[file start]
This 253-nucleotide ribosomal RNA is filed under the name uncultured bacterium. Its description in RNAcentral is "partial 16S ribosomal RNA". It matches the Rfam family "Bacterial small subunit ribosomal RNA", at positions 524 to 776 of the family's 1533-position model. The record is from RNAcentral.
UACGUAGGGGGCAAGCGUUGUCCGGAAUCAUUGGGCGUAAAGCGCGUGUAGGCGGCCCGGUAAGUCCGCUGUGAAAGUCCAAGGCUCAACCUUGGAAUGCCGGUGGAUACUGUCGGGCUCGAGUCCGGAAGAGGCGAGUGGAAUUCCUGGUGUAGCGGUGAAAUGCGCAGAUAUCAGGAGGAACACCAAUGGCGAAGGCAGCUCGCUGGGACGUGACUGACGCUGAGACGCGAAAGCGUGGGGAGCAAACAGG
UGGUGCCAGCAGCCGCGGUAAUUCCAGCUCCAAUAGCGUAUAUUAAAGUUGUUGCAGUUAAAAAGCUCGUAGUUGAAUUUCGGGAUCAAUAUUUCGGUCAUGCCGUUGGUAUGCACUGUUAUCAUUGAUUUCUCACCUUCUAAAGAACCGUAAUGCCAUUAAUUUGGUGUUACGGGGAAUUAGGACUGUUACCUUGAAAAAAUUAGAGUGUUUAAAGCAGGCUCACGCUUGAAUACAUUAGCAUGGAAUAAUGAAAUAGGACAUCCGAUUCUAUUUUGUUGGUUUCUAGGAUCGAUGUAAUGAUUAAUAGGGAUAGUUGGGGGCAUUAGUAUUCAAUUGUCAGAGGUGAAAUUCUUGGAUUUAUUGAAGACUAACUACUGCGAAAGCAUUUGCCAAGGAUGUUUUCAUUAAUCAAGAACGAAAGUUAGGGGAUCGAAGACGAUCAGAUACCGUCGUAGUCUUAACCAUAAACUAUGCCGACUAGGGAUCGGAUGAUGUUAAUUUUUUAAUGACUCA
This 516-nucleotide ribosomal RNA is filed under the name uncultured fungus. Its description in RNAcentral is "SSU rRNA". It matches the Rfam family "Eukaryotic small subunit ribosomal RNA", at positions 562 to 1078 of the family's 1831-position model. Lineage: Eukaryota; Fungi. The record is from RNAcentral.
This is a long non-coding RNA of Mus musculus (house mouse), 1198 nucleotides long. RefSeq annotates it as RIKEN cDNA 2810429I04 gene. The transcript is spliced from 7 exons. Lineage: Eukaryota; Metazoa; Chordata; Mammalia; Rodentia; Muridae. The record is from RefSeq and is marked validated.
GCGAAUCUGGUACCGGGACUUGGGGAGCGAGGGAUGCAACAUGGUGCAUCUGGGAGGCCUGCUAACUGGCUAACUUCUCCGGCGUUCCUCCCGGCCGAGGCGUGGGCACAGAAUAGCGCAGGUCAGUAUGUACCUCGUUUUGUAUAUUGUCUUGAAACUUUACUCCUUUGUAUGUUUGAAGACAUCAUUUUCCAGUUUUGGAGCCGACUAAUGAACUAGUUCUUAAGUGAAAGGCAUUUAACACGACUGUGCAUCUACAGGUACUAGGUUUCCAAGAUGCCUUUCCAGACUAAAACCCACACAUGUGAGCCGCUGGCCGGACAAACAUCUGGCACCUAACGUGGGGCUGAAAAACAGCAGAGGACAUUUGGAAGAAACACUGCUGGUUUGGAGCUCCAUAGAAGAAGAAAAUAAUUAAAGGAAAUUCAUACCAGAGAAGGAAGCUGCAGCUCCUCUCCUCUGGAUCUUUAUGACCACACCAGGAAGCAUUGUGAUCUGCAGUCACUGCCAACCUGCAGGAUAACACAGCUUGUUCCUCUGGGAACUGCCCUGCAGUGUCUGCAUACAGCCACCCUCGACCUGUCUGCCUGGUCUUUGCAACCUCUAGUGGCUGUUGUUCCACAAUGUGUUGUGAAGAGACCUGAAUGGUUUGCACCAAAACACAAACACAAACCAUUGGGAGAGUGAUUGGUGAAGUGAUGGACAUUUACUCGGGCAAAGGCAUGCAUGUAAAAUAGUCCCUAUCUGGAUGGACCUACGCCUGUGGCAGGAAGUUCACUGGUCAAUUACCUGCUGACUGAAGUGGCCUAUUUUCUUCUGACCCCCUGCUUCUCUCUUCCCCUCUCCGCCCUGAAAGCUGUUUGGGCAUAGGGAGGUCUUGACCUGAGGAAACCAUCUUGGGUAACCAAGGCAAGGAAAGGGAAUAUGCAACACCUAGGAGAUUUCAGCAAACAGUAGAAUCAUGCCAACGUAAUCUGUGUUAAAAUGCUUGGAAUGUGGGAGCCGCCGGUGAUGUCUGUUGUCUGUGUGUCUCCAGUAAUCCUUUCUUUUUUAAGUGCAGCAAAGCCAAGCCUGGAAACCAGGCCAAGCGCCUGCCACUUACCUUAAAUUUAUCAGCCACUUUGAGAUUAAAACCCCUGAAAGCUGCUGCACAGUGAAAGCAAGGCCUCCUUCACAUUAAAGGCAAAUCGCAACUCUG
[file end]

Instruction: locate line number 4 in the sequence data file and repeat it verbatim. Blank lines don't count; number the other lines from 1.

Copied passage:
This 516-nucleotide ribosomal RNA is filed under the name uncultured fungus. Its description in RNAcentral is "SSU rRNA". It matches the Rfam family "Eukaryotic small subunit ribosomal RNA", at positions 562 to 1078 of the family's 1831-position model. Lineage: Eukaryota; Fungi. The record is from RNAcentral.